Nandi Payback CPM bleeds in land-and-minority backlash; loses 3 councils, gains 1



Calcutta, May 21: The Left today suffered the biggest poll jolt since the 2001 Assembly verdict as it lost two districts to Mamata Banerjee and one to the Congress in the panchayat polls, raising the question whether land acquisition for industry was exacting a heavy political cost.
Shaken though it was by the loss of Nandigram-scarred East Midnapore and South 24-Parganas, the CPM announced: “There will be no going back on the policy of industrialisation.”
Murshidabad was its sole — and big — revenge on the Opposition as it won the district back from the Congress, but it had only 13 of the 17 zilla parishads (district councils) in the bag compared with 15 in 2003.
Land acquisition for industry was an issue in the two south Bengal districts of East Midnapore and South 24-Parganas, though not in North Dinajpur, where the Left could not forge unity among its constituents.
In East Midnapore and South 24-Parganas, both heavily minority-dominated districts, fears over losing land took a religious colour, fed by the discontent among the minorities brought out by the Sachar Committee report.
East Midnapore gained notoriety because of the prolonged violence in Nandigram over an aborted land acquisition attempt while South 24-Parganas will be the site for large projects to be built by the Indonesian Salim group.
In neighbouring North 24-Parganas, which the Salim road project will touch and where notices for land acquisition have been issued, the Left won by the thin margin of three, with Mamata’s score having soared from two to 16.

The results in West Midnapore, Burdwan, Bankura and Purulia, where too large tracts of land have been taken over for industry, are a warning against jumping to the conclusion that the panchayat verdict is a slap in the face of the Buddhadeb Bhattacharjee government’s industrialisation drive.
In all four districts, the CPM has not only won but has posted huge victories, even improving on its 2003 tally in some cases. The difference, however, is that in these four districts, there was no controversy over acquiring land.
Chief minister Buddhadeb Bhattacharjee refused comment on the results.
Benoy Konar, the CPM state secretariat member who addressed the media today instead of the party’s Bengal secretary Biman Bose, said: “It will be simplistic to infer that people voted against industrialisation. We failed to convince farmers in these two districts (East Midnapore and South 24-Parganas) where people have apprehensions about losing land.”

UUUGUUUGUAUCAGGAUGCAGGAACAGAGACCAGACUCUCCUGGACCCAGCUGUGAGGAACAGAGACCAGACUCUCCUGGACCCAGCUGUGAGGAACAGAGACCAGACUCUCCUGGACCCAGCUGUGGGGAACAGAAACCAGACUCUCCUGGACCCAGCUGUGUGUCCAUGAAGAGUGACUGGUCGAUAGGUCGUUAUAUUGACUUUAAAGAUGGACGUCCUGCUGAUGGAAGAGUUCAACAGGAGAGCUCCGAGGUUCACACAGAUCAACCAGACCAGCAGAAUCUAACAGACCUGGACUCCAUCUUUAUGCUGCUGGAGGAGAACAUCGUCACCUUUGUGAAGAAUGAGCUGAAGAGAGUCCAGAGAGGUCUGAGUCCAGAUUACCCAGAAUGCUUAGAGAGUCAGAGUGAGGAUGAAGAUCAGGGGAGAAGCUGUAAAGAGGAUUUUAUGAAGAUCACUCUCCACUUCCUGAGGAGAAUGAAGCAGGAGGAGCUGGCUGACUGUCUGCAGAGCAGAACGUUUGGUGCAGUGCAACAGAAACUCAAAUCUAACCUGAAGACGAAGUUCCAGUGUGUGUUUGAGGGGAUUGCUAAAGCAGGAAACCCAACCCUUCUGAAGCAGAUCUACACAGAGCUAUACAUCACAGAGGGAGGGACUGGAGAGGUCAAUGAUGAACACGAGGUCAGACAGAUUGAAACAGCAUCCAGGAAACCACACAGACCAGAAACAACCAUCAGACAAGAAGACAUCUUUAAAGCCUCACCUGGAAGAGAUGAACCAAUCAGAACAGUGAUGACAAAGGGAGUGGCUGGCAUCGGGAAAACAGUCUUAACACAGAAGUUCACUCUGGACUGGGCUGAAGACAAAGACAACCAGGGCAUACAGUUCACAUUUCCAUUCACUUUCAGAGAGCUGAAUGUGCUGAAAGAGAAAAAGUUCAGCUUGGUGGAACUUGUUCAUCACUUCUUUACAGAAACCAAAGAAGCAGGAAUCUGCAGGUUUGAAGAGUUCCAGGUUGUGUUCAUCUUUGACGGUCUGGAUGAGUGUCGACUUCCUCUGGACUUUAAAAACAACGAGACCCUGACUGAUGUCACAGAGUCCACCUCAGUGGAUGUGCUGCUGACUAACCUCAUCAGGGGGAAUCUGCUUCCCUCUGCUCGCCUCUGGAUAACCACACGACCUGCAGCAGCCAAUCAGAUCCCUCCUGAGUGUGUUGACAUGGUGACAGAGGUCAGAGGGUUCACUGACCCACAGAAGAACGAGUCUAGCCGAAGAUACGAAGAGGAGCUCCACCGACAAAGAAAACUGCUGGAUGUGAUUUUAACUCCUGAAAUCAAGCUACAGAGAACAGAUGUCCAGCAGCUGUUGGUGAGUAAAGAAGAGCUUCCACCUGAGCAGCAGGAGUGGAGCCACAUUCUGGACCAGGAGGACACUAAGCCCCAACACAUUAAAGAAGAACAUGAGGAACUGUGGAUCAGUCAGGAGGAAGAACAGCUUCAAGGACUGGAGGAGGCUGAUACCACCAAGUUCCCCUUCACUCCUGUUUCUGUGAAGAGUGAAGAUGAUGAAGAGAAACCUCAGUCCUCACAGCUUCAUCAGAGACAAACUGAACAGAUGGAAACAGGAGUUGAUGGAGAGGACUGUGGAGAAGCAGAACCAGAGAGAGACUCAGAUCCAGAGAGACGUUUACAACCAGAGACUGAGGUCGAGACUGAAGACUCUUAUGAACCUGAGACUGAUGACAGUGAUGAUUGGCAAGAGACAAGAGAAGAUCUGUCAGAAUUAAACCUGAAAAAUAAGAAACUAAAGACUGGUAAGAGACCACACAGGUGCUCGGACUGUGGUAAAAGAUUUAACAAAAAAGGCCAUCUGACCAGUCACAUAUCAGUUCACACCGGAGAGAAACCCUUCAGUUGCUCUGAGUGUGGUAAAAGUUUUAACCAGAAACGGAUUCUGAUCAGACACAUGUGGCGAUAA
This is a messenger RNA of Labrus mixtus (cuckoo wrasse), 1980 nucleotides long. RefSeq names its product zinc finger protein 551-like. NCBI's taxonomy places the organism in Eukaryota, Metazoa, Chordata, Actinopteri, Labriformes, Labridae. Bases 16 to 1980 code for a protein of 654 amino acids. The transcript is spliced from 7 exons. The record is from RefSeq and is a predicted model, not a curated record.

The apprehensions overrode expectations of benefits from the showpiece Tata small-car project at Singur, where the CPM lost all three zilla parishad seats to Trinamul. In 2003, the CPM had won the three but had lost the Assembly seat to Trinamul in 2006.
If Nandigram led to the loss of East Midnapore for the CPM, the party won Hooghly, of which Singur is a part, though not with the ease of 2003. Trinamul opened its account in the district, grabbing 11 seats.

Mamata was distributing rasogollas after the results became known, finding a reason to smile after two consecutive routs in the 2004 Lok Sabha and the 2006 Assembly polls, which halved her 2001 MLA count of 60.
“Jene rakhoon, etai CPM-er sesher suru (Make no mistake, this is the beginning of the CPM’s end),” she said.
“In 2003, we had only 16 zilla parishad seats. But this time we have been able to wrest not only two zilla parishads on our own but even won over 120 zilla parishad seats.”
Mamata interpreted the results as a “mandate against state-sponsored terrorism”, but added that the people had also voiced their protest against the move to “grab farmland from the poor in the name of industrialisation”.
The chief minister can expect more trouble arising out of this conclusion for his industrialisation programme. Trinamul said it would not “allow the administration to take away an inch of land from unwilling farmers”.
Although the Congress lost Murshidabad, the victory in North Dinajpur was being seen as an achievement for Priya Ranjan Das Munshi, the Union minister who had called on Congress supporters to vote for the strongest candidate in their areas, even if it meant backing Trinamul.
If this led to an informal coming together of anti-Left forces in North Dinajpur, the Left itself was bitterly divided in the district, as it was also in South 24-Parganas. (The Telegraph)

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